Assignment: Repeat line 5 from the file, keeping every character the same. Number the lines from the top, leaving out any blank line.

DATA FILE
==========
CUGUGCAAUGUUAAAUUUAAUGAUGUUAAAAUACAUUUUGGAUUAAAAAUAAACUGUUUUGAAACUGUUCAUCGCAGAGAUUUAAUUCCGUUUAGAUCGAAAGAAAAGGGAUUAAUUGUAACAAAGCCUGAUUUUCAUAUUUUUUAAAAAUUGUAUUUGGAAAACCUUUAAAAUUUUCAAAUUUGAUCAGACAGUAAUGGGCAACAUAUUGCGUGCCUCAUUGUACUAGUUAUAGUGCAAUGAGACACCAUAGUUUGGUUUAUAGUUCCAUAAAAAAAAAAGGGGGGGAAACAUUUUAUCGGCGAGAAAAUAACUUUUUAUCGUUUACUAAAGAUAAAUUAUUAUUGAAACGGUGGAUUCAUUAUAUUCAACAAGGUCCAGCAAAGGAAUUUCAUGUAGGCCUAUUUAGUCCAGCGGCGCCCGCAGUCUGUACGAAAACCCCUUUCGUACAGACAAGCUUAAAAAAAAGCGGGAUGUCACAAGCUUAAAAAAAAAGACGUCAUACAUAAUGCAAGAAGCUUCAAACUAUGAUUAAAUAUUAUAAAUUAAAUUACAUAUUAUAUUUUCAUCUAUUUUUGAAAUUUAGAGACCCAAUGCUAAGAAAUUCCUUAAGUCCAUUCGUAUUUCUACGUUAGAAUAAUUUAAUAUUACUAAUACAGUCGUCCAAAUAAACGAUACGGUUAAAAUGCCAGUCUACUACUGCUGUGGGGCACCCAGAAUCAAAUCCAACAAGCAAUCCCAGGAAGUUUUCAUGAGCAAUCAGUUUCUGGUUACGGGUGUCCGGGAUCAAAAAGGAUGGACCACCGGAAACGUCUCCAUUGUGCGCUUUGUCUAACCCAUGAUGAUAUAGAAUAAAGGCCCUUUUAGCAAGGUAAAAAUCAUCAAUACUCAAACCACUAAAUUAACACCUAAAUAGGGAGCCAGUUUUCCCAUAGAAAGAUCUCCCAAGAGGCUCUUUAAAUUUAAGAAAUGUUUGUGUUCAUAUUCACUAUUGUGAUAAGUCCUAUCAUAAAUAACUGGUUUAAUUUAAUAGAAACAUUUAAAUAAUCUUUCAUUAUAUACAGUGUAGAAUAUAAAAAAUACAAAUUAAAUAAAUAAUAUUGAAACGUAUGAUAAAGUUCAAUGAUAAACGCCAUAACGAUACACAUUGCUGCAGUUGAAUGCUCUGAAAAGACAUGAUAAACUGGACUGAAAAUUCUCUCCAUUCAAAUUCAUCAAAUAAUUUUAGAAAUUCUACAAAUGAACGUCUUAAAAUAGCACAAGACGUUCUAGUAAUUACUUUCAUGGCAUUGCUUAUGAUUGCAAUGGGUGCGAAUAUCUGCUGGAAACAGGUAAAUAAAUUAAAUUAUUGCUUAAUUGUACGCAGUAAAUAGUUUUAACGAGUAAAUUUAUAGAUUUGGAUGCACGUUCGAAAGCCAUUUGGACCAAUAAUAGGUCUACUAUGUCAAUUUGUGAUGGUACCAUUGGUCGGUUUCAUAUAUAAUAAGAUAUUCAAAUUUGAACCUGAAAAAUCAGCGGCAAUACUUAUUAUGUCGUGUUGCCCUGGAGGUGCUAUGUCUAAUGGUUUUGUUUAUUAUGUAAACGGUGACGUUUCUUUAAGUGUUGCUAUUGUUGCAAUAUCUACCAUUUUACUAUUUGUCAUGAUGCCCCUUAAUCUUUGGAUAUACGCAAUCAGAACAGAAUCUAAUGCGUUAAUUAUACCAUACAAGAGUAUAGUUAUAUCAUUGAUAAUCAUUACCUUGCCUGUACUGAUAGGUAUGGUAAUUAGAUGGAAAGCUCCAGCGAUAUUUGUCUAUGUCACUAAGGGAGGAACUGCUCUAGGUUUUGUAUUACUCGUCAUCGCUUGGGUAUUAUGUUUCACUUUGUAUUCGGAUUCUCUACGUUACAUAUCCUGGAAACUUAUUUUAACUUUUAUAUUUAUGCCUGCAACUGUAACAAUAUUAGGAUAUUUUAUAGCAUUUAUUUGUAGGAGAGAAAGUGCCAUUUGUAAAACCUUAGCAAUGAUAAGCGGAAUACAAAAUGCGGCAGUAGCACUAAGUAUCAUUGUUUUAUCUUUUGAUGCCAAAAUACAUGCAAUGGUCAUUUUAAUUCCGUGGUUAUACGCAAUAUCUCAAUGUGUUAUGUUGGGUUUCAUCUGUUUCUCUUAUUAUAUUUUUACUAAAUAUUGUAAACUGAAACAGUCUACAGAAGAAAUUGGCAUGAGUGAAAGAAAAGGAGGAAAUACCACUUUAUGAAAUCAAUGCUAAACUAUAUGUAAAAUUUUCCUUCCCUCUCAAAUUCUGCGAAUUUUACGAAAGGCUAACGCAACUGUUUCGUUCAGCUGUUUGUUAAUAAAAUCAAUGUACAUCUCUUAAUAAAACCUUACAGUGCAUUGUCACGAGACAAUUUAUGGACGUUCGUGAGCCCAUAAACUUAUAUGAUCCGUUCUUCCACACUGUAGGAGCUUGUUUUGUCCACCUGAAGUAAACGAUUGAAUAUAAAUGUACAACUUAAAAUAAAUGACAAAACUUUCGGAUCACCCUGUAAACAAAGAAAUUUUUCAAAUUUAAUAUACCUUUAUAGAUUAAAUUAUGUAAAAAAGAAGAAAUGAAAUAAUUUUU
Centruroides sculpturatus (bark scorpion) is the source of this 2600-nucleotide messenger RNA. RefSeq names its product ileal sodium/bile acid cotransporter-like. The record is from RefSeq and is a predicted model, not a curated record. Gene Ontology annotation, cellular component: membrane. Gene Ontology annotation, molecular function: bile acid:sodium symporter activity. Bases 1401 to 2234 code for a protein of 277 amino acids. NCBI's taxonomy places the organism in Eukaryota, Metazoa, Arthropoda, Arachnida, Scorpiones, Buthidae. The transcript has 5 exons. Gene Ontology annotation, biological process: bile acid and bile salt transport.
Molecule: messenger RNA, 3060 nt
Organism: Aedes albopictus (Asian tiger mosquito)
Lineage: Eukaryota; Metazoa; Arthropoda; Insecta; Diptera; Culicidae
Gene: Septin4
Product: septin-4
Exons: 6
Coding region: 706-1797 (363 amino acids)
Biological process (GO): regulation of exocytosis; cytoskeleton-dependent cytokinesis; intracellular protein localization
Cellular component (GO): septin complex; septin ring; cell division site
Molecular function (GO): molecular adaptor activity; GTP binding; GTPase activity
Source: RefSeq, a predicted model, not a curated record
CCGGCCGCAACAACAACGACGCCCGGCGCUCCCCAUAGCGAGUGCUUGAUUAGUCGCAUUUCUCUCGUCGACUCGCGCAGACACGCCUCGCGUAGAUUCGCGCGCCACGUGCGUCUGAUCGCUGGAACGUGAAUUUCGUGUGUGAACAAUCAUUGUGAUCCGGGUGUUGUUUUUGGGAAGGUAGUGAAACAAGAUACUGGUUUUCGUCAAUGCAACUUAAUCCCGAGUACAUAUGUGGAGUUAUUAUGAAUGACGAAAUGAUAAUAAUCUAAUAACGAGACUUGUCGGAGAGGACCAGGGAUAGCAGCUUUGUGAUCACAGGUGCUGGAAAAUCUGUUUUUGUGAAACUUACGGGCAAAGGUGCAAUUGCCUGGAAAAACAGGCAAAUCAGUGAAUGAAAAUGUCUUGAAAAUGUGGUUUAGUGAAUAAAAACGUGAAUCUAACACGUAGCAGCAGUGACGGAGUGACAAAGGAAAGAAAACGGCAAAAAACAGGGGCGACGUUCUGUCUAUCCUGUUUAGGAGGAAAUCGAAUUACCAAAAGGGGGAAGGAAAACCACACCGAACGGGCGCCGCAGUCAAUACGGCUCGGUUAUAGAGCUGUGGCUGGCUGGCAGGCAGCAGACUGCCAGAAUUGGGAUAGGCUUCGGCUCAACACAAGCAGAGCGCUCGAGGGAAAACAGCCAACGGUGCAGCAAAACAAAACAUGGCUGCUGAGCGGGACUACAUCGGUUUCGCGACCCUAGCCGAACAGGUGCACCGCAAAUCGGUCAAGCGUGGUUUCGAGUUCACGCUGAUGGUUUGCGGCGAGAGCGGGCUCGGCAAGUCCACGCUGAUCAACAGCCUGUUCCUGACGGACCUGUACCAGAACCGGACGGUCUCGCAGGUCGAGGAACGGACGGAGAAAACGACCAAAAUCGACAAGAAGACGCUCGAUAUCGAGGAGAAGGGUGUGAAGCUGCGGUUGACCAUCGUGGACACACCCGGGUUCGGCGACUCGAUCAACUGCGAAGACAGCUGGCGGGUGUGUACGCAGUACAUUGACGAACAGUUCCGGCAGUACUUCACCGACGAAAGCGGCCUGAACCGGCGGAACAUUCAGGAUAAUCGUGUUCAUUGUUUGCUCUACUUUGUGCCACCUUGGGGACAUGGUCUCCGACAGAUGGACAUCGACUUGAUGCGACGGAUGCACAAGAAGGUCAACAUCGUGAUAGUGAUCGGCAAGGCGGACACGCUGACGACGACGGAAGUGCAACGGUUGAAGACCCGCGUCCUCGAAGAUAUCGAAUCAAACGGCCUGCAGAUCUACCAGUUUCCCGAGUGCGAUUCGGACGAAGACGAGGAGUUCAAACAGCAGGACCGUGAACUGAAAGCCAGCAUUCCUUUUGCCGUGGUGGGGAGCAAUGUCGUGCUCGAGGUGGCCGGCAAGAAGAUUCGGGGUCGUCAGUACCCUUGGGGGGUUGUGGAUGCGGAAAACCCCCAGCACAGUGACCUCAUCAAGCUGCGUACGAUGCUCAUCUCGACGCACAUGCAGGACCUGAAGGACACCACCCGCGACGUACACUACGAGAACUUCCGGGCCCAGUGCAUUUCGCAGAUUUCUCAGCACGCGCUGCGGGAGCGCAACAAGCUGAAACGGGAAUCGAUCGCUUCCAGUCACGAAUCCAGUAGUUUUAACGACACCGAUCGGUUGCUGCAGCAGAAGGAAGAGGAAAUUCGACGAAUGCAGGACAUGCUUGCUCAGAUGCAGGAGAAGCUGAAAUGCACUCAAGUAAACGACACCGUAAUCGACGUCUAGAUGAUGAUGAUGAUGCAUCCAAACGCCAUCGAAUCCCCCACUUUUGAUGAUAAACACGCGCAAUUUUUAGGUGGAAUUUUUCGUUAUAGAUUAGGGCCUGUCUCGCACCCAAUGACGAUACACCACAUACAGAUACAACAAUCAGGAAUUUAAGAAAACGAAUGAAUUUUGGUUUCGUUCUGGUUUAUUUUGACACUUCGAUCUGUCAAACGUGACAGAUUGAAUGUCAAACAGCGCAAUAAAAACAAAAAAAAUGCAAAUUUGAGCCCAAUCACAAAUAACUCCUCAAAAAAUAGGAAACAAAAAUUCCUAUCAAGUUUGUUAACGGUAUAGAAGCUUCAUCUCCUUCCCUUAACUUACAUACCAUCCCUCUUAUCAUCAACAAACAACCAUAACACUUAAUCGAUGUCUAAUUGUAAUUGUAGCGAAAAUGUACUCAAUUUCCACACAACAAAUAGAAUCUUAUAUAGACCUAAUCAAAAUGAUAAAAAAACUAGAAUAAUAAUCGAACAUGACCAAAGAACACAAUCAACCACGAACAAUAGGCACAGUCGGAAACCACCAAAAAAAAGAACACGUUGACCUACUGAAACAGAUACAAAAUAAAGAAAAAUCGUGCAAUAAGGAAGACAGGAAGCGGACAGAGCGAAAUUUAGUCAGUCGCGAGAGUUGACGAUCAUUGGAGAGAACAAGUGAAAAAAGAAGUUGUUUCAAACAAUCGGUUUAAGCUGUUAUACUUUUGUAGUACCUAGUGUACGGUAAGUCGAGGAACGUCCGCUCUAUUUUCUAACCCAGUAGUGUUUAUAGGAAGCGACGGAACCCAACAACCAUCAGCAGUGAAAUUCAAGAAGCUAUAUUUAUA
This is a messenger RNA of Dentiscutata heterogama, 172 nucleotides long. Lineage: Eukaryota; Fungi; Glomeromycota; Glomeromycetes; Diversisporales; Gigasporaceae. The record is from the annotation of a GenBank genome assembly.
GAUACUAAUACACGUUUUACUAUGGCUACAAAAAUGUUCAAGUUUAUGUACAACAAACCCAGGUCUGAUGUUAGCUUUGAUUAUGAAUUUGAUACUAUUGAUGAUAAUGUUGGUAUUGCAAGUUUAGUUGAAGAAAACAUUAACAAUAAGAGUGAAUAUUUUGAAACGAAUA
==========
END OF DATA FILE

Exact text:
Lineage: Eukaryota; Metazoa; Arthropoda; Insecta; Diptera; Culicidae